Lampooning the theater for its pretensions to art and its inability to match the financial clout of cheap entertainment is a classic comedy device.
One thinks of P.G. Wodehouse, Ben Hecht, Kaufman & Hart, Noel Coward, and even Mel Brooks as icons of the form.
You can add one more name to that list—David Bell. His new comedy, “The Gay Naked Play,” is chock-full of theatrical satire and topical references that will leave you rolling in the aisles. It’s a delightful screwball comedy. Bell has captured all the best elements of the genre—appealing characters, a ridiculous plot, and humor that, like the best satire, balances its laser-like pointedness with affection for the subject matter.
The play opens on the stage of a midtown Off Off Broadway theater at the top of four long flights of stairs. The Integrity Players are in the last throes of an epic, expressionistic drama, complete with masks and a simulated birth. Think of that ponderous and impenetrable play that figures in the movie “Beaches,” which posits that angst equals art, and features Bette Midler wearing a grotesque mask. While the Integrity Players may have kept to their mission statement, their bank account is empty. Husband and wife Amanda and Dan, their lead actor Harold J. Lichtenberger, and stage manager Tim are confronting the harsh realities of producing a play for an audience of ten, four of whom are comps. To make matters worse, when their main benefactor, Amanda’s mother, pulls out, they are left with their ideals, plans for a production of “A Doll’s House,” and, ironically, Rodgers and Hammerstein to help them muddle through.
Enter Eddie Russini, an over-the-top artiste and promoter and the “genius” behind such hits as “Naked Boys Dancing Around Naked,” to save the day. Armed with his theatrical mantra, “No one goes to ‘Pericles’ because they want to,” Russini makes an understatement of the phrase “larger than life.’ Along with his cohorts, club-boys/designers T. Scott and Edonis, Russini is seeking a theater to showcase the... errr... acting ability of porn star Kit Swagger. Amanda’s mother arrives, sees the financial merit of the potential show and over Dan’s objections that they are selling out, bankrolls the enterprise. As Amanda’s mother points out, a theatrical democracy is no match for a financial dictatorship.
To tell any more of the plot would be to ruin the fun, but as can be imagined, there are twists and turns aplenty on the rocky road to getting an Off Off Broadway show on its feet. Bell may start with stock types, but like the best comedy writing he gives each of his characters something unique, so that originality combined with familiarity create something that seems fresh and engaging. In addition to the outrageous comedy, there is nothing from Patti LuPone to Uta Hagen to “Forbidden Broadway” that escapes Bell’s gimlet eye—and pen.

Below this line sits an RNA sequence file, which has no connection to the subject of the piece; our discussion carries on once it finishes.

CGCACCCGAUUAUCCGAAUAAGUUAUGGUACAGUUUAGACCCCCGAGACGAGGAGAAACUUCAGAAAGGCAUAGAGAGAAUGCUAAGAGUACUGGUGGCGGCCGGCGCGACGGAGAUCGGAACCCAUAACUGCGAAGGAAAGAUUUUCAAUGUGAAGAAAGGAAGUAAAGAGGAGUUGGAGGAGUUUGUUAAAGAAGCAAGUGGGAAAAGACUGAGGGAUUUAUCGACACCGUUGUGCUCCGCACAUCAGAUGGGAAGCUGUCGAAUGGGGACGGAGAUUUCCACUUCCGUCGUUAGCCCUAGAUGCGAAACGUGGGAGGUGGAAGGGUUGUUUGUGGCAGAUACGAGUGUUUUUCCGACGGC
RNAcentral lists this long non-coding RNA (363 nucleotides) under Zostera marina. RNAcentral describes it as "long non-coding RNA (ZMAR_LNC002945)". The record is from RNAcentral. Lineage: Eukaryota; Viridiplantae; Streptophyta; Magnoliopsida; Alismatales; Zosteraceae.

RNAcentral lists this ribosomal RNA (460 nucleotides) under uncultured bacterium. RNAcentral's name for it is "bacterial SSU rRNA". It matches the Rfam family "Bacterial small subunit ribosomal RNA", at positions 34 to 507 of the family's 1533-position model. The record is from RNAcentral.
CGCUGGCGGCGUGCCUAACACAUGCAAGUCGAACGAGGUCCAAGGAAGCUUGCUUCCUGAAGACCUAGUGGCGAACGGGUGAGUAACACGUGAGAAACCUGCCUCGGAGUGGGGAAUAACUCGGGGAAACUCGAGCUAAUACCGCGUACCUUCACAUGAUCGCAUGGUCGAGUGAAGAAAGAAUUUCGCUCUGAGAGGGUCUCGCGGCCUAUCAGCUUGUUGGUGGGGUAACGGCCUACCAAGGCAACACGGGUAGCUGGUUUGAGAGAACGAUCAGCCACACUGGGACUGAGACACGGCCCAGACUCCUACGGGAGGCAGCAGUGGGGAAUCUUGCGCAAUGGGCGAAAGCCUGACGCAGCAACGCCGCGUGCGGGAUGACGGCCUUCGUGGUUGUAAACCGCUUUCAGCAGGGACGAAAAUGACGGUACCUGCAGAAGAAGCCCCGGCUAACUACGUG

Even the best conceived and written comedies can fall flat if there isn’t a cast that can land the jokes. Fortunately, Emerging Artists is blessed with a company of masterful comedians whose total commitment to the insanity unfolding onstage makes this play irresistible. Under the direction of Christopher Borg and Jason Bowcutt, the absurdities unfold with a kind of abandoned, yet always precise, hilarity that characterized such shows as “Noises Off.”
Borg also plays Eddie Russini with a kind of manic flamboyancy that is consistently perfect. Similarly, Brett Douglas as T. Scott and Michael Silva as Edonis are wildly funny as the dim, but fabulous, designers More subtle performances are given by Christopher Yustin as Dan who is really the straight man of the piece and Gregory Marcel as Kit Swagger who finds the inner artist in the porn star with delightful results. Wayne Henry as Harold J. Lichtenberger is tremendous as the put upon thespian—a mixture of Tony Randall and Rowan Atkinson—who is consistently superbly funny, as is Ellen Reilly as Amanda’s mother. They have both taken stock characters and turned them into something really quite special.
But two performances stand out as extraordinary even among all this talent. Jessica Calvello scores with virtually every line as Amanda. She is a comedienne that rivals the best of them for timing, physicality, and milking the moment for the most laughs, but always staying true to her character. And Desmond Dutcher as Tim the stage manager is sweetly funny, a relatively low-key character whose longing for love drives even his most ridiculous moments. Both Calvello and Dutcher prove one of the essential premises of good comedy—if you can make the characters believable, no matter how absurd the situation, in their believable human moments, the audience will delightedly follow into the big comic payoffs.
As one of the characters points out when their play takes in $90 from their six paying customers for one performance, with only $11.50 more they could buy one ticket to “Mamma Mia!” Spend your $15 with Emerging Artists instead; I promise you a much better time.